Is it a Mystery, a Thriller, or Suspense? By Matt Cost

I recently was a moderator for a panel at Crime Wave for the Romantic Suspense panel consisting of writing wonders Carla Neggars, Paul Doiron, Susan Vaughan, and Susan Stoker. This gave me pause to ponder the separation of categorization of genres that I write within. Is it a mystery, a thriller, or a suspense?

I was a at the ThrillerFest conference back before the time that will not be mentioned attending a panel that first began these questions percolating in my mind. At this panel, the question came up as what the difference between a mystery and a thriller was. Pretty simple stuff. But everybody had a different opinion and it became downright cantankerous up there on the stage.

A simple dictionary search of the word mystery is any affair, thing, or person that presents features or qualities so obscure as to arouse curiosity or speculation. The word thriller is described as an exciting, suspenseful play or story, especially a mystery story. Hm. And suspense is a state or condition of mental uncertainty or excitement, as in awaiting a decision or outcome, usually accompanied by a degree of apprehension or anxiety.

Untangling this box of loose translations seems to be a thrilling, suspenseful, mystery. So, it is not enough to unpack the jumble, but necessary to reduce these words to their core essence. Simplification leads me to a thriller being a cliffhanger, suspense being a state of anticipation, and a mystery being a puzzle or secret.

Two of my favorite mysteries of all time would be The Big Sleep by Raymond Chandler and Devil in a Blue Dress by Walter Mosely. My top two thrillers would have to include Silence of the Lambs by Thomas Harris and The Spy Who Came in from the Cold by John le Carré. Suspense would then be Gone Girl by Gillian Flynn and The Shining by Stephen King.

Of course, doing a simple internet search, I can find all of these titles on top lists for mystery, thriller, and suspense. The category placement of my most recent novel, Velma Gone Awry, then, would in the mystery, thriller, suspense section. Of course, at Sherman’s Maine Coast Bookshops, it is in the Maine Authors section.

Not to mention the breakdown into subcategories of cozy, noir, traditional, crime, hardboiled, PI, capers, medical, legal, historical, techno, psychological, domestic, spy, political, supernatural, narrative, cliffhanger, dramatic, romantic, and comedic. Whoa. It is enough to make one tired just thinking about it. Perhaps, as in a recent blog I suggested that perhaps it is enough to just write, it is also enough to just read and not worry about the labels attached.

But if push came to shove, my personal definition would thus be refined to is a mystery is something happens and must be solved, a thriller is something being raced against to prevent from happening, and suspense is something waiting to happen. All three can contain romance, but in suspense, that romance has an angst preventing it from happening until later in the book. And, of course, all these genres intertwine on a regular basis.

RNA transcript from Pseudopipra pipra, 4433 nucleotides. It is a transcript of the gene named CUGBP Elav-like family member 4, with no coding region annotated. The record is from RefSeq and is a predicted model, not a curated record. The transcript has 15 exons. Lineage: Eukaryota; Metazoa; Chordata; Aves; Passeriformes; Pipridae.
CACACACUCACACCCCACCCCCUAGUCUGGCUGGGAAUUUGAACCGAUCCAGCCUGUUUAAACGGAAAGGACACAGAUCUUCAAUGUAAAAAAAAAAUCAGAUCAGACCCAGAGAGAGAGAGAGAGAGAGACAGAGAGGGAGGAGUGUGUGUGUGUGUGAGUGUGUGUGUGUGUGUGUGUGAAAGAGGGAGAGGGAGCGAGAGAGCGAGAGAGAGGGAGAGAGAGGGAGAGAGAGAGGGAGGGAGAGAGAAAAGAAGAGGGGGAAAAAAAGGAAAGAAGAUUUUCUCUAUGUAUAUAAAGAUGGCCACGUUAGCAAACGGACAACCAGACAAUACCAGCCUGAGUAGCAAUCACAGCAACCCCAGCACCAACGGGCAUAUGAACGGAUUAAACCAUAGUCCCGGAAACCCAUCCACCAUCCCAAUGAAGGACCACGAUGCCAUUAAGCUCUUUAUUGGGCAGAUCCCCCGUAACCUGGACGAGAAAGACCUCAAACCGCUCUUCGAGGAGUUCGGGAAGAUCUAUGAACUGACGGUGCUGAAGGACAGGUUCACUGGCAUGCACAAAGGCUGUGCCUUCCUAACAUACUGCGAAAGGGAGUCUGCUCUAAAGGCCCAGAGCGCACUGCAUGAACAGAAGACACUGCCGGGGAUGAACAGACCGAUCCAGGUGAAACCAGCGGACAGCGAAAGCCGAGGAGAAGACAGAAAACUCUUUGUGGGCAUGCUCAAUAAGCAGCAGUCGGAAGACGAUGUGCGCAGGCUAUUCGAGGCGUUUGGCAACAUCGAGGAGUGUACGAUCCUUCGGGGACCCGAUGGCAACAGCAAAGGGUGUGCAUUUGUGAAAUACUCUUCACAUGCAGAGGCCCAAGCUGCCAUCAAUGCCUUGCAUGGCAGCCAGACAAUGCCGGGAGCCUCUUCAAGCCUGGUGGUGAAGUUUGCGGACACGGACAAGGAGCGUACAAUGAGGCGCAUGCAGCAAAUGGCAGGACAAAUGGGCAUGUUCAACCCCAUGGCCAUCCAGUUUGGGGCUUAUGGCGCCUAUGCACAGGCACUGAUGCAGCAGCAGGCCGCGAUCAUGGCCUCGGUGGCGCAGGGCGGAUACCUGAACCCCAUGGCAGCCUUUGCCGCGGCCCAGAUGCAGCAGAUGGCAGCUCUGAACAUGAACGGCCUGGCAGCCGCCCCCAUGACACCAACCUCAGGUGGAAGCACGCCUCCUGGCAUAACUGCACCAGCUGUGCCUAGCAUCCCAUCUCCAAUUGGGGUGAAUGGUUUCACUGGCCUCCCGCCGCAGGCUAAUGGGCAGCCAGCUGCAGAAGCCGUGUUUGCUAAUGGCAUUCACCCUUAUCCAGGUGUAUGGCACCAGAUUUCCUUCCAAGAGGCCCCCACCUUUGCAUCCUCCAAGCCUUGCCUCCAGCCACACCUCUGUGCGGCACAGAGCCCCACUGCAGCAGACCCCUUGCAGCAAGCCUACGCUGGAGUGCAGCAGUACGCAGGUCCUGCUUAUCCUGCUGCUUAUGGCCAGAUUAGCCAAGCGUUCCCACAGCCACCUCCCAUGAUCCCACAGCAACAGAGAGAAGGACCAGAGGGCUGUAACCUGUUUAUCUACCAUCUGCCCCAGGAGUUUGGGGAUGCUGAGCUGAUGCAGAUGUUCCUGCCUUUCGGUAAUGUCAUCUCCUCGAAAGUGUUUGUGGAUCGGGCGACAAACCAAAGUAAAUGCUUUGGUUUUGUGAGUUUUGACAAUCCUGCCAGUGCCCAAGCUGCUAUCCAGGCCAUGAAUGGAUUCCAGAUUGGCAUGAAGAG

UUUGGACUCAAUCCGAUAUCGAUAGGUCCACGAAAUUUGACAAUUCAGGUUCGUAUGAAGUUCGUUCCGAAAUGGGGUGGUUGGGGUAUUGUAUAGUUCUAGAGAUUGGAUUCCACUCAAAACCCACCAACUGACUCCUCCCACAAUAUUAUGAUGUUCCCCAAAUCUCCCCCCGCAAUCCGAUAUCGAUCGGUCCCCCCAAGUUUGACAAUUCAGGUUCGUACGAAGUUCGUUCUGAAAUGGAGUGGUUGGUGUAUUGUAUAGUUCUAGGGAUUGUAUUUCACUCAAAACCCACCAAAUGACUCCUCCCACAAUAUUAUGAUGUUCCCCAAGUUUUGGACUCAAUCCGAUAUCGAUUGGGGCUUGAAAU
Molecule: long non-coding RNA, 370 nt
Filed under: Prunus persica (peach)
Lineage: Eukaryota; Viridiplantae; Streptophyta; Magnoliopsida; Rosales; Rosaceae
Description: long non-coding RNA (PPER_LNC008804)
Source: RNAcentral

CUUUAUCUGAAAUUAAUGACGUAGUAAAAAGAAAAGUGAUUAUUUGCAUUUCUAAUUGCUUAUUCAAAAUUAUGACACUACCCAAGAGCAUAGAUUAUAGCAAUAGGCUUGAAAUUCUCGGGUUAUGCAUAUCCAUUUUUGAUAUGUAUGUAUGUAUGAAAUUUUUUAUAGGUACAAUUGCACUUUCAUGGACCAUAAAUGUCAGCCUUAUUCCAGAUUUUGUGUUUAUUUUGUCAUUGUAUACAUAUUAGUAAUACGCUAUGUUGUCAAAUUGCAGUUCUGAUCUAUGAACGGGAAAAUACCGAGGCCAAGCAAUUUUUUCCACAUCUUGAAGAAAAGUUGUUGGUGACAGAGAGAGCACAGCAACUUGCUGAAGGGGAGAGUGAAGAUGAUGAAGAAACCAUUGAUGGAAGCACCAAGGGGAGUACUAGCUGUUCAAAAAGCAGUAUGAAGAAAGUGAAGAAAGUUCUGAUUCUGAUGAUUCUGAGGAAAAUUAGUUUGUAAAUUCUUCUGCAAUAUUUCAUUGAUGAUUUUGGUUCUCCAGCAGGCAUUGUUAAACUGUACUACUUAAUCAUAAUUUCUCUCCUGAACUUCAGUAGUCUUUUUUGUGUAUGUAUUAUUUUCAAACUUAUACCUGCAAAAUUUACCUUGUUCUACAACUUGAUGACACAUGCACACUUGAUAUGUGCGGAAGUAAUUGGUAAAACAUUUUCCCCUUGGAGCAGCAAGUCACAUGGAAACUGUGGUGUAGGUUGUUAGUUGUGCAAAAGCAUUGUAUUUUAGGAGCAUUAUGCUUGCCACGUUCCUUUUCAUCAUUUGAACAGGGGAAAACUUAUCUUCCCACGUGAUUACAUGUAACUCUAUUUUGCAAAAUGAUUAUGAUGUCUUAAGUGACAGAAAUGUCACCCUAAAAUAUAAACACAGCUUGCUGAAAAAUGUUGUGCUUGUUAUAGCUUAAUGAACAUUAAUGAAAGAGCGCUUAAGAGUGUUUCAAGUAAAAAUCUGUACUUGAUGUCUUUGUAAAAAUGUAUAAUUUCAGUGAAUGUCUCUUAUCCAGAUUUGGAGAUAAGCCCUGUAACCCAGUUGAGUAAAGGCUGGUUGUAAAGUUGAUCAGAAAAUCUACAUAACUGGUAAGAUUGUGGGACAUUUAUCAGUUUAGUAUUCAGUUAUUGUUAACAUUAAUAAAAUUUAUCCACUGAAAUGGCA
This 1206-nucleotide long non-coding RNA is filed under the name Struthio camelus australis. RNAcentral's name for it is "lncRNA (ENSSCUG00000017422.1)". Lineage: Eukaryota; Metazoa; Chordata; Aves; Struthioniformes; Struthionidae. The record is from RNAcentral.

What thinks you?

Write on.

About the Author

Matt Cost was a history major at Trinity College. He owned a mystery bookstore, a video store, and a gym, before serving a ten-year sentence as a junior high school teacher. In 2014 he was released and began writing. And that’s what he does. He writes histories and mysteries.

Cost has published four books in the Mainely Mystery series, with the fifth, Mainely Wicked, due out in August of 2023. He has also published four books in the Clay Wolfe Trap series, with the fifth, Pirate Trap, due out in December of 2023.

For historical novels, Cost has published At Every Hazard and its sequel, Love in a Time of Hate, as well as I am Cuba. In April of 2023, Cost combined his love of histories and mysteries into a historical PI mystery set in 1923 Brooklyn, Velma Gone Awry.

Cost now lives in Brunswick, Maine, with his wife, Harper. There are four grown children: Brittany, Pearson, Miranda, and Ryan. A chocolate Lab and a basset hound round out the mix. He now spends his days at the computer, writing.

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4 Responses to Is it a Mystery, a Thriller, or Suspense? By Matt Cost

  1. John Clark says:

    When Holly Schindler, who oversees the blog YA Outside the Lines gave me feedback on “Don’t Say It,” a book I wrote last year, she really liked it, but wasn’t sure what category/genre it should be marketed as. Neither do I, and I think aside from my short stories which are usually written with a genre in mind, none of my stuff fits a particular category. Maybe I should start saying I write pentagonal books for a square world.

    • matthewcost says:

      Ha! That seems to be a new a new take on a square peg into a round hole only more complicated. I don’t think that writing can be ‘pegged’ into a specific genre.

  2. Shelley says:

    I’m obsessed with this topic. Used to be I was obsessed figuring out the line between literary fiction and commercial fiction. I gave up on that one. Anyway, it’s fascinating to me both as a reader and writer. I like your definitions.

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